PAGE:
Every day around the world there are positive ocean news stories, from the latest marine science research, to evidence of animal populations recovering through conservation efforts. Here is our top 10 positive ocean news stories from our daily social media feed from October 2020 to give you some #oceanoptimism.
Blue Whale songs can show whether they are feeding or migrating. When male blue whales are swimming along the coast, they sing during the day. But when they stay in one area to feed on krill, they mostly sing at night. Their vocalizations can travel for 100s of kms underwater and likely helps each other find food. Listening for whale song to predict their movement will also help reduce ship strikes.
Read the story: Monterey Bay Aquarium Research Institute
Photo by Australian Antarctic Division.
Endangered Vaquita Porpoises have a genetically healthy future if their population is given a chance to recover. They’re the world’s most endangered marine mammal with less than 30 left in the wild. However, a new study proposes that there is little sign of inbreeding or other risks often associated with small populations. Their isolated habitat in the far northern Gulf of California has sustained roughly 5,000 vaquitas for around 250,000 years.
A rescue dog’s poop-sniffing skills is helping to save endangered killer whales. Eba almost died as an abandoned puppy. Now as a Conservation Canine she helps marine biologists study Southern Resident Orcas off the coast of Washington State, USA. She can smell their poop, or ‘scat’, up to a mile away. Once collected and analysed, it gives vital information on the health of the orcas.
Decoy sea turtle eggs are helping to track the illegal trade in Costa Rica. The 3D-printed, ping-pong ball shaped, ‘InvestEggator’ is fitted with a satellite tag. It is then buried in existing nests and can be tracked from thief to trafficker to consumer. A high proportion of those stolen remain in the local area and help to target conservation and policing efforts.
The Galapagos Islands has reported a record increase in their Penguin population. Galapagos Penguins, who live on the Earth’s equator, went from 1,451 in 2019 to 1,940 in 2020. The reason is attributed to the La Nina climatic phenomenon, which helps to provide more food for the birds. The pandemic has also meant a dramatic drop in tourism which has limited disturbances to nesting areas. The population of the other island’s endemic bird species, the diving flightless cormorant, has also increased.
Read the story: Phys.org / Charles Darwin Foundation
A new baby-making strategy has been discovered for sharks – behold the Sarawak Swellshark. From live birth, to egg laying, to asexual reproduction, sharks have an amazing diversity of reproductive strategies. Dubbed ‘sustained single oviparity’, this shark’s mother has fewer, but larger and more developed, baby shark eggs that appear to have a better chance of survival. While most shark egg cases are opaque, these shark eggs are transparent.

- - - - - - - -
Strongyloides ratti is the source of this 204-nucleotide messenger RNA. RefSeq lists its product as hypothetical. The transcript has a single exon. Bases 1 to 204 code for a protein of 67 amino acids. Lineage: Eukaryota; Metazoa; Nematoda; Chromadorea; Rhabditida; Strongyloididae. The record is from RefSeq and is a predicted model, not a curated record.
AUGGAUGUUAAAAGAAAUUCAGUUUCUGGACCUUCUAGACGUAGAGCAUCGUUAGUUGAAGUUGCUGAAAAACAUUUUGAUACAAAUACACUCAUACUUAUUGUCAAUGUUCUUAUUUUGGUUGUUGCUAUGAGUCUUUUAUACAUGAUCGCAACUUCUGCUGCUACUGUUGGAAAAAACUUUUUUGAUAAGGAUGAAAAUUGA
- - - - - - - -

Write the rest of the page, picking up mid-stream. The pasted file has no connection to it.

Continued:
Read the story: Hakai Magazine / Taiwan’s National Museum of Marine Biology and Aquarium
Image by Cheng-Chang Lee.
Fish scales are inspiring aerodynamic materials that could reduce aircraft drag, and so increase speeds and reduce fuel consumption. Biomimetics, or biomimicry, is the power of imitating nature to solve complex human problems.
Read the story: Phys.org / City University London
A massive coral ‘skyscraper’ taller than the Empire State Building has been discovered in the Great Barrier Reef. The base of the blade-like reef is 1.5km-wide, then rises 500m (1,600 feet) to its shallowest depth of only 40m below the sea surface. This newly discovered detached reef adds to 7 other tall reefs in the area off the Cape York Peninsula of Northern Australia.
Watch the story: The Guardian / Schmidt Ocean Institute
Image by James Cook University, Australia
Fossil Hunting Fans
Mary Anning, a 19th century fossil hunter & godmother of marine paleontology, is the subject of new movie “Ammonite” staring Kate Winslet. At 12 she discovered a 5m long ichthyosaur, and later the world’s first complete fossil of a plesiosaur. She was the inspiration for the children’s rhyme “she sells sea shells by the sea shore.”
Could swimming in the cold sea hold a clue to a dementia cure? A ‘cold-shock’ protein found in the blood of regular winter swimmers has been shown to slow the onset of dementia and could even repair damage. Previous research also shows cold water swimming can help with pain relief, depression and other mental health conditions.
Read the full story: BBC News / Cambridge University
Photo by Frank PR/PA.
So that’s our top 10 positive ocean news stories from October 2020
Have you seen any uplifting news about the ocean and marine life? Please share them in the comments below. Want to learn more about the ocean? Check out the different ways you can learn today.
Positive Ocean News
We know the ocean is in trouble. But we also know that there are people doing great things to protect it. Follow us on Facebook, Instagram or Twitter where we celebrate the positive side of marine conservation. Or join the Sea Fans facebook group to share your own love of the ocean.